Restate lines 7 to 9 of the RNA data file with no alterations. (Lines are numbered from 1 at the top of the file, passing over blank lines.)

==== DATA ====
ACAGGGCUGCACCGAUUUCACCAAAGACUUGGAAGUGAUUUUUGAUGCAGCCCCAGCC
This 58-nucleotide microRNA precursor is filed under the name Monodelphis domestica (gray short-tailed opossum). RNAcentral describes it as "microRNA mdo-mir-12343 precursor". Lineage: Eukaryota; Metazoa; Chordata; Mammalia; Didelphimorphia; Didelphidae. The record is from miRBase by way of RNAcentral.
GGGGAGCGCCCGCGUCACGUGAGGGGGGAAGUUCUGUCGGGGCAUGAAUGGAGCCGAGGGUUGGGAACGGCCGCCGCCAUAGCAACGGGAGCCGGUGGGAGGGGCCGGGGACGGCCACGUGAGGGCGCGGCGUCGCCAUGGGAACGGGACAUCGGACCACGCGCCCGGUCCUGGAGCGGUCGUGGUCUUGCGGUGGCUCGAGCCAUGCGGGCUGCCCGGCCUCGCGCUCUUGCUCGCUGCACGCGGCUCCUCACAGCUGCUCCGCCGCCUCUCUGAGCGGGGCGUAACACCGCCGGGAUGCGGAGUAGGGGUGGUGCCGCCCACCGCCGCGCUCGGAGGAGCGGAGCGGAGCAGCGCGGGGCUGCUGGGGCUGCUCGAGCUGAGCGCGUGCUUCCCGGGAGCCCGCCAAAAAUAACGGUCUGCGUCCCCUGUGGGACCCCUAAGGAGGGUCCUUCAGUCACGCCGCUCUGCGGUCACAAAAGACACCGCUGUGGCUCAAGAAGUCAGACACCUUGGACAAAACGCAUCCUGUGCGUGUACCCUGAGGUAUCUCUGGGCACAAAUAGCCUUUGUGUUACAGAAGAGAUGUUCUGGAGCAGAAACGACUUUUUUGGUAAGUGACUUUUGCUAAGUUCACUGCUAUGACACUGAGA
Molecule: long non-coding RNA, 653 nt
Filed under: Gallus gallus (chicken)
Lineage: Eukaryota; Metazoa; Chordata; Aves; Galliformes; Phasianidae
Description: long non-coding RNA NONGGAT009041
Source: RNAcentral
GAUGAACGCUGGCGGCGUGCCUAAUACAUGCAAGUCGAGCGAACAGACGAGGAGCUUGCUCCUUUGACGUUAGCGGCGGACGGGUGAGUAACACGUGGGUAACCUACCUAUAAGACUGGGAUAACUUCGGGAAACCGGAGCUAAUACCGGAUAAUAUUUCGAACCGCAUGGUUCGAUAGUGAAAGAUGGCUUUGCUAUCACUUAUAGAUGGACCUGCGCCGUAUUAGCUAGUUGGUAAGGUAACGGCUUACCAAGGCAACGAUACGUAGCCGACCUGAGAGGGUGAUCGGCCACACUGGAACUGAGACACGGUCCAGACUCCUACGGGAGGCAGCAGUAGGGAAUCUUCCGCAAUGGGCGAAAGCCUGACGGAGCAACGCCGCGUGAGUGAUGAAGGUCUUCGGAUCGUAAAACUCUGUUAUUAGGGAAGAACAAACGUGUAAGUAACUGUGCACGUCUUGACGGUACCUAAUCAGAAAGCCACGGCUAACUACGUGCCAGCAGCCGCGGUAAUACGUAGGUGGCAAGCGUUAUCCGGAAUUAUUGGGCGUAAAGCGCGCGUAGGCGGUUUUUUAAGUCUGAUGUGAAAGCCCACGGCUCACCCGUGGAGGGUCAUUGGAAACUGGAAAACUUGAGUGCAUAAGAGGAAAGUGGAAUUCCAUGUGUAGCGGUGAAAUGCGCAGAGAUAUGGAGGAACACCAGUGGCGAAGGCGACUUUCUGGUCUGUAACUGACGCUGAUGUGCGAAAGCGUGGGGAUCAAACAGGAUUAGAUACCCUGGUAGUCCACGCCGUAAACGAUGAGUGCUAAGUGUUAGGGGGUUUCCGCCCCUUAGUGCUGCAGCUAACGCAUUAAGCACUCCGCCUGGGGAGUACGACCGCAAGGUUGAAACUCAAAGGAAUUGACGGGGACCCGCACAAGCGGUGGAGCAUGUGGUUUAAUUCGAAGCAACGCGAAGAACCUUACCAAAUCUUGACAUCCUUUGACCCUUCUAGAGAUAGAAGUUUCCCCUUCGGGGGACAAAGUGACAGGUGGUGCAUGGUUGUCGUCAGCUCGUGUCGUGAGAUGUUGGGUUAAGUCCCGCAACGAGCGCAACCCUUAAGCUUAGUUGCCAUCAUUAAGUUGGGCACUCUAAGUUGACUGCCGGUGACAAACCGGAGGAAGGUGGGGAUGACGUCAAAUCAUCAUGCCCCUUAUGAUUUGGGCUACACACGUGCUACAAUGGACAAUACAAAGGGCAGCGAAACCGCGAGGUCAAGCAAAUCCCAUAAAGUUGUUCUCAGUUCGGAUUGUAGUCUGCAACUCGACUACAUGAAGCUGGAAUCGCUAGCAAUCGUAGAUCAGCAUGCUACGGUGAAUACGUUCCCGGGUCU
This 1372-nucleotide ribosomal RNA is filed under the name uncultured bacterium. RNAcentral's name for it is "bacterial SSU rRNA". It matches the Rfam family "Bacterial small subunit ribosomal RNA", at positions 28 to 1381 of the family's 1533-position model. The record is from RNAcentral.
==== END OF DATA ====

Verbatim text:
Description: long non-coding RNA NONGGAT009041
Source: RNAcentral
GAUGAACGCUGGCGGCGUGCCUAAUACAUGCAAGUCGAGCGAACAGACGAGGAGCUUGCUCCUUUGACGUUAGCGGCGGACGGGUGAGUAACACGUGGGUAACCUACCUAUAAGACUGGGAUAACUUCGGGAAACCGGAGCUAAUACCGGAUAAUAUUUCGAACCGCAUGGUUCGAUAGUGAAAGAUGGCUUUGCUAUCACUUAUAGAUGGACCUGCGCCGUAUUAGCUAGUUGGUAAGGUAACGGCUUACCAAGGCAACGAUACGUAGCCGACCUGAGAGGGUGAUCGGCCACACUGGAACUGAGACACGGUCCAGACUCCUACGGGAGGCAGCAGUAGGGAAUCUUCCGCAAUGGGCGAAAGCCUGACGGAGCAACGCCGCGUGAGUGAUGAAGGUCUUCGGAUCGUAAAACUCUGUUAUUAGGGAAGAACAAACGUGUAAGUAACUGUGCACGUCUUGACGGUACCUAAUCAGAAAGCCACGGCUAACUACGUGCCAGCAGCCGCGGUAAUACGUAGGUGGCAAGCGUUAUCCGGAAUUAUUGGGCGUAAAGCGCGCGUAGGCGGUUUUUUAAGUCUGAUGUGAAAGCCCACGGCUCACCCGUGGAGGGUCAUUGGAAACUGGAAAACUUGAGUGCAUAAGAGGAAAGUGGAAUUCCAUGUGUAGCGGUGAAAUGCGCAGAGAUAUGGAGGAACACCAGUGGCGAAGGCGACUUUCUGGUCUGUAACUGACGCUGAUGUGCGAAAGCGUGGGGAUCAAACAGGAUUAGAUACCCUGGUAGUCCACGCCGUAAACGAUGAGUGCUAAGUGUUAGGGGGUUUCCGCCCCUUAGUGCUGCAGCUAACGCAUUAAGCACUCCGCCUGGGGAGUACGACCGCAAGGUUGAAACUCAAAGGAAUUGACGGGGACCCGCACAAGCGGUGGAGCAUGUGGUUUAAUUCGAAGCAACGCGAAGAACCUUACCAAAUCUUGACAUCCUUUGACCCUUCUAGAGAUAGAAGUUUCCCCUUCGGGGGACAAAGUGACAGGUGGUGCAUGGUUGUCGUCAGCUCGUGUCGUGAGAUGUUGGGUUAAGUCCCGCAACGAGCGCAACCCUUAAGCUUAGUUGCCAUCAUUAAGUUGGGCACUCUAAGUUGACUGCCGGUGACAAACCGGAGGAAGGUGGGGAUGACGUCAAAUCAUCAUGCCCCUUAUGAUUUGGGCUACACACGUGCUACAAUGGACAAUACAAAGGGCAGCGAAACCGCGAGGUCAAGCAAAUCCCAUAAAGUUGUUCUCAGUUCGGAUUGUAGUCUGCAACUCGACUACAUGAAGCUGGAAUCGCUAGCAAUCGUAGAUCAGCAUGCUACGGUGAAUACGUUCCCGGGUCU